Brightly colored petals, strong smell, nectar, and pollen attract pollinators. Flowers are specially adapted to attract their specific pollinators. For example, the corpse flower smells like rotting flesh in order to attract flies. Pollen sticks to the legs and wings of insects that go from flower to flower for nectar and pollen, which they use as a food. Pollen sticks to the fur of animals and even to the clothes of humans. Wind blows pollen which lands on other flowers.
Seed spreading, or dispersal, is the final stage of the flower life cycle. Seeds are spread in many ways. Some, like dandelion seeds, are scattered by the wind. Others rely on animals-an example of this is the cockleburs that get stuck in the fur of animals and hitchhike to new locations. Water lilies depend on water to spread their seeds. Humans spread many seeds intentionally by planting gardens. Once the seeds fall to the ground, the plant life cycle starts all over again.
Some flowers have only male parts, and some have only female parts. In others, the male and female structures are far apart. These plants depend on insects, birds, animals, wind, water, or other pollinators to carry pollen from the male flowers or male parts to the female flowers or female parts. Without pollinators, there would be no seeds or new plants in these plant species. . Even flowers that can self-pollinate benefit from being fertilized by pollen from a different plant, which is called cross pollination, because cross pollination results in stronger plants.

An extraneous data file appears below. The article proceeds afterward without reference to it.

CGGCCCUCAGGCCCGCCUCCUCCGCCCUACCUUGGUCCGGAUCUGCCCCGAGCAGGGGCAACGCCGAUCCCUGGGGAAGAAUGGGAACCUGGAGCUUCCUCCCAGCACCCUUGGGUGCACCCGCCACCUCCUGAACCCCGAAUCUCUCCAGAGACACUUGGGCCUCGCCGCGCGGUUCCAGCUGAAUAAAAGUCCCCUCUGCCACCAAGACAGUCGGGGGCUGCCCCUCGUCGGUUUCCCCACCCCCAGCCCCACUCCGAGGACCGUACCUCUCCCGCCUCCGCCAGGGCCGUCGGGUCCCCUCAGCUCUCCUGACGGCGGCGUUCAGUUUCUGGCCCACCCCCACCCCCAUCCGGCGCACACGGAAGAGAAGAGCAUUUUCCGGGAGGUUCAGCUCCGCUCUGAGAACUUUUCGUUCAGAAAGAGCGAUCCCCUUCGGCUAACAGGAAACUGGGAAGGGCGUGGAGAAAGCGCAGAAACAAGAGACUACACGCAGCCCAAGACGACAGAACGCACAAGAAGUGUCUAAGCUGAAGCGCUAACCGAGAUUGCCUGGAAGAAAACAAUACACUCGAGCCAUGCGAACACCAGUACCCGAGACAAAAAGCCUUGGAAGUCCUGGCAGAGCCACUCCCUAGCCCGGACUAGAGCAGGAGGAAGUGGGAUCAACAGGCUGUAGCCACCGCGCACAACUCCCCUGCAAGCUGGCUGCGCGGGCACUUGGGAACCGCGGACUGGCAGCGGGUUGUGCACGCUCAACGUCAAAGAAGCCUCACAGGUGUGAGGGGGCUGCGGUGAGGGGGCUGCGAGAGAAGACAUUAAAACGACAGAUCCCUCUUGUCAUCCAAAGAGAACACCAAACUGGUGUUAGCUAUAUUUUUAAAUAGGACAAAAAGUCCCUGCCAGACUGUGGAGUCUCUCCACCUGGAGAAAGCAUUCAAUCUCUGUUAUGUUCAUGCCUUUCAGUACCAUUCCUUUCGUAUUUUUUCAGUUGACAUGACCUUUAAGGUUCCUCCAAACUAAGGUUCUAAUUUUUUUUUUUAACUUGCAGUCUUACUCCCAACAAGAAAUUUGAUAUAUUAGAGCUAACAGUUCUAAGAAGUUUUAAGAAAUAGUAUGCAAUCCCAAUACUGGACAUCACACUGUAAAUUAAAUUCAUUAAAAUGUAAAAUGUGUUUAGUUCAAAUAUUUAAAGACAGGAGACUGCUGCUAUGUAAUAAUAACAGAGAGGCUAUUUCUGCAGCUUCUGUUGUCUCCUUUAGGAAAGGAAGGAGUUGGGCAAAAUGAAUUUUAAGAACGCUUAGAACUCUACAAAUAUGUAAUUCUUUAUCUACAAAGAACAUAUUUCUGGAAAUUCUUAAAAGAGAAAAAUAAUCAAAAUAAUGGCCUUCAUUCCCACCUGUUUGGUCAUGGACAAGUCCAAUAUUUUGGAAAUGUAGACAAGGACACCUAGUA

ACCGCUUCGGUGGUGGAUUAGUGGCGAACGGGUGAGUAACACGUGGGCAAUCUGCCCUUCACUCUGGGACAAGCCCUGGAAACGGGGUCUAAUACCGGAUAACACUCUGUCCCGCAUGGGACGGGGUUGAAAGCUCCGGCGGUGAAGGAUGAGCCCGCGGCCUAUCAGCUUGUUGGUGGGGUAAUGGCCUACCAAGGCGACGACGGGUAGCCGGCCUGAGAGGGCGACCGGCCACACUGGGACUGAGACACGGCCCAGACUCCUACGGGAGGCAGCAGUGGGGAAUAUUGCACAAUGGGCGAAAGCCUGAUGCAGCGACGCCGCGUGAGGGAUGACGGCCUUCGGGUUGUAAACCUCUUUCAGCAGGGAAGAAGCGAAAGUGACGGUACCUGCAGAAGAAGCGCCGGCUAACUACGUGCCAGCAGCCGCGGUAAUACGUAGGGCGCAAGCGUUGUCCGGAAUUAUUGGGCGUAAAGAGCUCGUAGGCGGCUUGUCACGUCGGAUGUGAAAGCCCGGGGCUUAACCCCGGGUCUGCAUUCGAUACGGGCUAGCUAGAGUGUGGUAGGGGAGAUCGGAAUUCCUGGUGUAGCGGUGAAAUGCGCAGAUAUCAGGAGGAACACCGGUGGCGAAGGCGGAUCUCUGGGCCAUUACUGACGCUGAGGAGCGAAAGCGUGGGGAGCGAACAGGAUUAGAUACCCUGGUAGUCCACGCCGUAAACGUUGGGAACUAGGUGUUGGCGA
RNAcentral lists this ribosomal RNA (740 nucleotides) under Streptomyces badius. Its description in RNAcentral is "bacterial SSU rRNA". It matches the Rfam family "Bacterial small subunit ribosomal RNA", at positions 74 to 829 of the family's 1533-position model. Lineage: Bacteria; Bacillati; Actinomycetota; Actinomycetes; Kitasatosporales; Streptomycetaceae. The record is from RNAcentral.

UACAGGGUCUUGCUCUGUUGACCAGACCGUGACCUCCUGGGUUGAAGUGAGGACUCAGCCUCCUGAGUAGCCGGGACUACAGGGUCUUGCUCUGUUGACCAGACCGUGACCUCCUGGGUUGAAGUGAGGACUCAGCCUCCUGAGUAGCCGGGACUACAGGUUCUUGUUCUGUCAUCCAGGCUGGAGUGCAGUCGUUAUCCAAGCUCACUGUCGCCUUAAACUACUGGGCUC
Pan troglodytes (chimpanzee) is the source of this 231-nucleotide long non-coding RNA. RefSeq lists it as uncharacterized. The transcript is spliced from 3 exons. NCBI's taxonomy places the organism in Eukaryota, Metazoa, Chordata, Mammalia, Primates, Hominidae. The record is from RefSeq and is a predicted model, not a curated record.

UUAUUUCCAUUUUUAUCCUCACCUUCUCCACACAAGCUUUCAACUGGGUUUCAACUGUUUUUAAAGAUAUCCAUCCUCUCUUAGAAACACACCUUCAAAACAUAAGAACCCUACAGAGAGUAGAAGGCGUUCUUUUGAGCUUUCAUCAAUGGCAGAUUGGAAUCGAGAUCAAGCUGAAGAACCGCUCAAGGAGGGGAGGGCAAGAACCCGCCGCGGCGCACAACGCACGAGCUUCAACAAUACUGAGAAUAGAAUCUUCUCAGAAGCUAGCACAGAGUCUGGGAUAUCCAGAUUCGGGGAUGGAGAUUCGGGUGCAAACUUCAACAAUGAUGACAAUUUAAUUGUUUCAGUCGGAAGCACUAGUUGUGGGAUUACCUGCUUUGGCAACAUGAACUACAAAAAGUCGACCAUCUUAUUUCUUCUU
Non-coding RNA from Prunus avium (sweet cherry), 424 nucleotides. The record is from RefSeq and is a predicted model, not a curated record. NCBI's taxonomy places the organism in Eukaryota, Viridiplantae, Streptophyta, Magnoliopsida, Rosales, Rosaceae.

The plant life cycle starts when a seed falls on the ground. There are many different kinds of plant life, but the flowering plants, or angiosperms, are the most advanced and widespread due to their amazing ability to attract pollinators and spread seeds. Flowers are more than beautiful objects to look at or decorate with; they serve a very important purpose in the reproduction of plants. The major stages of the flower life cycle are the seed, germination, growth, reproduction, pollination, and seed spreading stages.
When a seed falls on the ground, it needs warmth and water in order to germinate; some seeds also need light. Dicots have seed coats that soften with moisture. After being planted in the soil for a few days, the seed absorbs water and swells until the seed coat splits. Monocots have harder seed coats that do not split, but stay in one piece. The stem, called the hypocotyl, pushes through the soil along with the cotyledons, or seed leaves; this is called germination, or sprouting. The tiny root pushes down and grows, looking for water and nutrients. Soon the cotyledons fall off and the first true leaves emerge. It is important that the seed is planted in the right place at the right time in order for it to germinate. Some seeds need to go through a fire in order to sprout, such as prairie grasses. Some need to go through the stomachs of animals, or be scraped. Different seeds have different needs!
Learn about all of the different stages in the growth cycle of a flower, from seed to bloom and beyond.